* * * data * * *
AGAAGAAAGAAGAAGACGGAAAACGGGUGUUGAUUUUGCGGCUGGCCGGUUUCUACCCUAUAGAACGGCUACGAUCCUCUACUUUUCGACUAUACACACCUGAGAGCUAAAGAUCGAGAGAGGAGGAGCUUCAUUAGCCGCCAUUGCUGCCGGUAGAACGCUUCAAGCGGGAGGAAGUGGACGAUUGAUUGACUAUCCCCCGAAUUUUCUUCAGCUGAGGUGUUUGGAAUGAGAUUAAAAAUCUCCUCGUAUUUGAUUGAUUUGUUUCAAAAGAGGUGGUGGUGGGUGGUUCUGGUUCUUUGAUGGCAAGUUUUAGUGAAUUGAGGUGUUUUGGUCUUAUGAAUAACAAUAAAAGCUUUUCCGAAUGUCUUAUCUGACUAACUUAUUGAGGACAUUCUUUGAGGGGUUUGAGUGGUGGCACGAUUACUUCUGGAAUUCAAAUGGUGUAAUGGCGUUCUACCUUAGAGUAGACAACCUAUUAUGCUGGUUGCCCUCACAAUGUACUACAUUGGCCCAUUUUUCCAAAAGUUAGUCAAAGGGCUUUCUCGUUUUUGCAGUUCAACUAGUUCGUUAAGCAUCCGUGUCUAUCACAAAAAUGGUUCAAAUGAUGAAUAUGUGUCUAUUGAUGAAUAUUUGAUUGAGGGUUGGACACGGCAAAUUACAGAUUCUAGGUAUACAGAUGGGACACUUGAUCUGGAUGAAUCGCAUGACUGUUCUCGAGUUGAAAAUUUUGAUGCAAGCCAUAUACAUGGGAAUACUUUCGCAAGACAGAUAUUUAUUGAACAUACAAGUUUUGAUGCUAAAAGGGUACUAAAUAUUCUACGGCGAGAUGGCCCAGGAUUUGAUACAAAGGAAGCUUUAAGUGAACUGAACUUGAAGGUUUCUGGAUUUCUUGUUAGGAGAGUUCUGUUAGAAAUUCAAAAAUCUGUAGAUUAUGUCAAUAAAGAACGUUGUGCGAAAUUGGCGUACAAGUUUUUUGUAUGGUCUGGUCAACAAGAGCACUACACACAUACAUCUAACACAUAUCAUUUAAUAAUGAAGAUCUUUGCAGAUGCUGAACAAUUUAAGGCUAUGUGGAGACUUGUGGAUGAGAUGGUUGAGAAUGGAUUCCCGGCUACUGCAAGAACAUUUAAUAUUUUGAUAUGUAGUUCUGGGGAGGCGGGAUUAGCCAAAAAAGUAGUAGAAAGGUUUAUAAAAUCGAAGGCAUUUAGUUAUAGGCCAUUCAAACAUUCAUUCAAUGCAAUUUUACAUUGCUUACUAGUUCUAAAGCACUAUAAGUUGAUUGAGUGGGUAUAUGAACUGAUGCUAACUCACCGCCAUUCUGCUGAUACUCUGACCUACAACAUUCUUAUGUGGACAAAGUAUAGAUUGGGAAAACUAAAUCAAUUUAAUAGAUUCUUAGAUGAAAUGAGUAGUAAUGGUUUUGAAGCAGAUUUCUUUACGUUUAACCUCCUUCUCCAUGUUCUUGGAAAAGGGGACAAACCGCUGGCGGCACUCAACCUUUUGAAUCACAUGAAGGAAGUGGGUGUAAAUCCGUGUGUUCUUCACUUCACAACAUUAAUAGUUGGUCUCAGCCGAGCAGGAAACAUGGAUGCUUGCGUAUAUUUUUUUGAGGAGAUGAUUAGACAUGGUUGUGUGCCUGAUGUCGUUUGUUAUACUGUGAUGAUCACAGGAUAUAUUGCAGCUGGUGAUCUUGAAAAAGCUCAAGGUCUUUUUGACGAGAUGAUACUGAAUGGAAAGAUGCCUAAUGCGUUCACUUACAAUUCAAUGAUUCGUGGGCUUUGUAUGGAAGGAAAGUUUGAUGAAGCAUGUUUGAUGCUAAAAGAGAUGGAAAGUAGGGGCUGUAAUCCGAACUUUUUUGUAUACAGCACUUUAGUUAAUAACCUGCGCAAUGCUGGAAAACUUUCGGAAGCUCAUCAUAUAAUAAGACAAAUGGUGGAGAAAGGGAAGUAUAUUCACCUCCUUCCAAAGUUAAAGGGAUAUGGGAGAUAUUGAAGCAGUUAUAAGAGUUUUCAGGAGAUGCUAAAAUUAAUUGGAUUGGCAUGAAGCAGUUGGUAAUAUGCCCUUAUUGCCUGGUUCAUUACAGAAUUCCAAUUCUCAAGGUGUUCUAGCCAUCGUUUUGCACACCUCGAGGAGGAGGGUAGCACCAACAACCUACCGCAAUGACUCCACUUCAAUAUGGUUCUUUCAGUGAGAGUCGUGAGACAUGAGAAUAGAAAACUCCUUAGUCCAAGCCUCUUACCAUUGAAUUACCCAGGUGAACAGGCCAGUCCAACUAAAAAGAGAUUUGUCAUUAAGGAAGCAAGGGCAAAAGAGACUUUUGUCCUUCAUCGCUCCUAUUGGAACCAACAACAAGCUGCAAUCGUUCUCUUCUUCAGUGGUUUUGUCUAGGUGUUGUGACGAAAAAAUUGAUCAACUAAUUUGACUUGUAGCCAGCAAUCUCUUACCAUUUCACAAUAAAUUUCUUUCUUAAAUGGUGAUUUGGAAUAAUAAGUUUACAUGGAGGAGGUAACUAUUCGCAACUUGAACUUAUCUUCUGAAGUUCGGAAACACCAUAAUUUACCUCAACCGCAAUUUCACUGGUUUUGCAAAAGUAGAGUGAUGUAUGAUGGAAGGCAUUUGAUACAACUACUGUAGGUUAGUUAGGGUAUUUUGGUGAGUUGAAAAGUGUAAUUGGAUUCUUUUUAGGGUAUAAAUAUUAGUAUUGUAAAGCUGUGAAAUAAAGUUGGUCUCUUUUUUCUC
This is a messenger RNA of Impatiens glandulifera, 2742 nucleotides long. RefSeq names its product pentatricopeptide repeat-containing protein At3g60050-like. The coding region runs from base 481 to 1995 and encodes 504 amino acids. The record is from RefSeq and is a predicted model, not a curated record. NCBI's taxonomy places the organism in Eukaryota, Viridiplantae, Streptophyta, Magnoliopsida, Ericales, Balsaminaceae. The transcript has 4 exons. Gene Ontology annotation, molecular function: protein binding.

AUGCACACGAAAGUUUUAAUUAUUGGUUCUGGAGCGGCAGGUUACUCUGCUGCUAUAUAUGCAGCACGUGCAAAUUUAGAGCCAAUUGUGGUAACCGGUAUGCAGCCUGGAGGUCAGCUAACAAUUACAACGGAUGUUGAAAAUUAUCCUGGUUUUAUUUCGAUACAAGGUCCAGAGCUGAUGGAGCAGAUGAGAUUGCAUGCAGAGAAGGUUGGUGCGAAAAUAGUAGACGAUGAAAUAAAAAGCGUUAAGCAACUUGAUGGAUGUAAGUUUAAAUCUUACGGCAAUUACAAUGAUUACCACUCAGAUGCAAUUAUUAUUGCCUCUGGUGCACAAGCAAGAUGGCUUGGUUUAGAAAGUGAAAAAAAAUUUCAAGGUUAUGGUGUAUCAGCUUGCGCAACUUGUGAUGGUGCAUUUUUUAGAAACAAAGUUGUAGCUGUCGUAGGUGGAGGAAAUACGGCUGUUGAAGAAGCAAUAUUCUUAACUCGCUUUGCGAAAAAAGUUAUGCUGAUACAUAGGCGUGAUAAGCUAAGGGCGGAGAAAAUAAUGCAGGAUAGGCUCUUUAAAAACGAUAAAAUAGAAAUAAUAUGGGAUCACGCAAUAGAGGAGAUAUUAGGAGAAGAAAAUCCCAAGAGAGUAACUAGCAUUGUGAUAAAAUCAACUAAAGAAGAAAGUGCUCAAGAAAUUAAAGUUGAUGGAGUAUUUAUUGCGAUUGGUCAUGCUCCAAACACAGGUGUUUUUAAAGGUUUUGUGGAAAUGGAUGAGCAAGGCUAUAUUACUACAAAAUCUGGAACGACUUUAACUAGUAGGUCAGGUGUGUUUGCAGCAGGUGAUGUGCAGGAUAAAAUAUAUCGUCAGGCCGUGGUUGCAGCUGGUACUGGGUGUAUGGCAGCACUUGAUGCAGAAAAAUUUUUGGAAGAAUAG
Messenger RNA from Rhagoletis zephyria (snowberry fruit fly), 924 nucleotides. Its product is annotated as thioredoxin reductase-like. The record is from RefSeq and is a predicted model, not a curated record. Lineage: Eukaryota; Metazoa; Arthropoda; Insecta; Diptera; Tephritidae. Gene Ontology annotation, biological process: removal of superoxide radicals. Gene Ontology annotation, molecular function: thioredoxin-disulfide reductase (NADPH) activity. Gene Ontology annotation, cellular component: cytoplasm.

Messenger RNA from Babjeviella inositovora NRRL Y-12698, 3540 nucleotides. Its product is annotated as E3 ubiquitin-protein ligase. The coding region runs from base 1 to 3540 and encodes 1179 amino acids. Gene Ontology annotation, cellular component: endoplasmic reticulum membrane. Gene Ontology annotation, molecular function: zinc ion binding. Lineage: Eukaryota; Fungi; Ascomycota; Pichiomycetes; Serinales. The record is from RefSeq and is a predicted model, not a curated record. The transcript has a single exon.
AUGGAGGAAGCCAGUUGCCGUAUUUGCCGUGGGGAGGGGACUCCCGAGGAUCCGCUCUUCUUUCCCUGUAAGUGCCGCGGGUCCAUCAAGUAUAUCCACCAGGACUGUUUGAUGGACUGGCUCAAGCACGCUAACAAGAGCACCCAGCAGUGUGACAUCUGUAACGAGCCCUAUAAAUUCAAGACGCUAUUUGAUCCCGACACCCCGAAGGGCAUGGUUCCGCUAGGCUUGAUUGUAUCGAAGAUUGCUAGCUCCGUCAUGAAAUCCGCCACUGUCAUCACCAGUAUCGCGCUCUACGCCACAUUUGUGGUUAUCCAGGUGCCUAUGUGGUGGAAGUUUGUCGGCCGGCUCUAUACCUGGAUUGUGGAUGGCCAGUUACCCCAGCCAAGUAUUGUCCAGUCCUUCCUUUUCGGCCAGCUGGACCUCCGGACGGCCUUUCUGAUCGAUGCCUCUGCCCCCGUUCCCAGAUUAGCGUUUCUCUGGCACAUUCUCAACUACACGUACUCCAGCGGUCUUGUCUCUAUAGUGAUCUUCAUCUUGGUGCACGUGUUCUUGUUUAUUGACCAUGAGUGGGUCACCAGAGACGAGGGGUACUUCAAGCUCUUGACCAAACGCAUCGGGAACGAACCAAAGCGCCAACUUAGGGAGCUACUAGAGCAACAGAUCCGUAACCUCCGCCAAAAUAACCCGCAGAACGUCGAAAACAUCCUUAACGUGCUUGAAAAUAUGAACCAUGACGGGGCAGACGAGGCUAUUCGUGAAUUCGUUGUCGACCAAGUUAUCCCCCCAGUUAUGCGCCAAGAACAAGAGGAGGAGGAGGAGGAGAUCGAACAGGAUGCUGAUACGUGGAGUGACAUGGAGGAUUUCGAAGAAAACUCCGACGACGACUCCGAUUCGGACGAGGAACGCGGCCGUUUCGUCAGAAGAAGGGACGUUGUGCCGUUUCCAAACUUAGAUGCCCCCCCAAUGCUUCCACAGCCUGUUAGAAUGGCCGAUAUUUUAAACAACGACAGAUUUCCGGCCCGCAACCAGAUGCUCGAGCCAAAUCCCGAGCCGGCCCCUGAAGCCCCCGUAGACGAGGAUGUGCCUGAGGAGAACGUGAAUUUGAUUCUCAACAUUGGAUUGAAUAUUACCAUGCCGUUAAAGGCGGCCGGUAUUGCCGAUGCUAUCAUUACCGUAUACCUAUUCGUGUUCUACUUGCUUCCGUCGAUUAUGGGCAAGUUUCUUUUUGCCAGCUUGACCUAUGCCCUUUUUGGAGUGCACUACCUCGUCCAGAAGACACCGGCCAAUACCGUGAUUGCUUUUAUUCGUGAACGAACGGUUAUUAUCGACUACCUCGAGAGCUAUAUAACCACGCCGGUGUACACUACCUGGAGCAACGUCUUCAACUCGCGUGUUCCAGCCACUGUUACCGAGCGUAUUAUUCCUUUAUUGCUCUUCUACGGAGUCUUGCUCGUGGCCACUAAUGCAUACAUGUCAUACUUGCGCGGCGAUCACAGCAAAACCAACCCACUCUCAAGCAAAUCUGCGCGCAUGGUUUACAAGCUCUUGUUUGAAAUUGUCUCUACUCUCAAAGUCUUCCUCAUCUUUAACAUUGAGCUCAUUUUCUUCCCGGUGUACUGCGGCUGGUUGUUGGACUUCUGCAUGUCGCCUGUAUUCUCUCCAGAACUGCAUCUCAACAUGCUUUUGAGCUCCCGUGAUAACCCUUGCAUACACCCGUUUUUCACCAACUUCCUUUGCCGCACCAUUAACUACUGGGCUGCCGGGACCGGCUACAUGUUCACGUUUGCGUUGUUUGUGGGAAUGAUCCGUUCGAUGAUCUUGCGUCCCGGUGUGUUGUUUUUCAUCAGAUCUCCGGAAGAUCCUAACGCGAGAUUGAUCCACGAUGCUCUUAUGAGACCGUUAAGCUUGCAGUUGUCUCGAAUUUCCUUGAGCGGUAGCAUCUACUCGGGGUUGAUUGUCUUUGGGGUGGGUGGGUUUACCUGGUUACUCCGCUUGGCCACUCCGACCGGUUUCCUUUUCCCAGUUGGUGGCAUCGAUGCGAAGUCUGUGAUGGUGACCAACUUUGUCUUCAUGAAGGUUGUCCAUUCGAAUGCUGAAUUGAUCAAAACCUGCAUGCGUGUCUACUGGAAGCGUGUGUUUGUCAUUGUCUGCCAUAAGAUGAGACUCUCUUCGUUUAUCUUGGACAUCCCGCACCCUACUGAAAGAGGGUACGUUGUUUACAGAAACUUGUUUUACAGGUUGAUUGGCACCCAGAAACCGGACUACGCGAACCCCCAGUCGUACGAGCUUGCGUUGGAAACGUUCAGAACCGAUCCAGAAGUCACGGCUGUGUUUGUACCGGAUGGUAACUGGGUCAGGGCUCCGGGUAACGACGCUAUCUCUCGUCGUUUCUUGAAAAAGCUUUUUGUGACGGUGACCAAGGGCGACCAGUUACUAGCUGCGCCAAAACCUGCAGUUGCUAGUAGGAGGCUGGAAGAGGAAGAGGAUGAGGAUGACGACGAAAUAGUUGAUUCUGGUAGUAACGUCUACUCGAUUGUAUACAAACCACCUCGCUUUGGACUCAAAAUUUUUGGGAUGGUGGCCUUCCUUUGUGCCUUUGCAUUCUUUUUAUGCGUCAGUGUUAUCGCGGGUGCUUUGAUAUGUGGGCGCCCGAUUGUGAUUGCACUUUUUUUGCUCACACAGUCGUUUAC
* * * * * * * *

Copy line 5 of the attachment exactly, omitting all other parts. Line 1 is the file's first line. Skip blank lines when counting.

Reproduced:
Messenger RNA from Babjeviella inositovora NRRL Y-12698, 3540 nucleotides. Its product is annotated as E3 ubiquitin-protein ligase. The coding region runs from base 1 to 3540 and encodes 1179 amino acids. Gene Ontology annotation, cellular component: endoplasmic reticulum membrane. Gene Ontology annotation, molecular function: zinc ion binding. Lineage: Eukaryota; Fungi; Ascomycota; Pichiomycetes; Serinales. The record is from RefSeq and is a predicted model, not a curated record. The transcript has a single exon.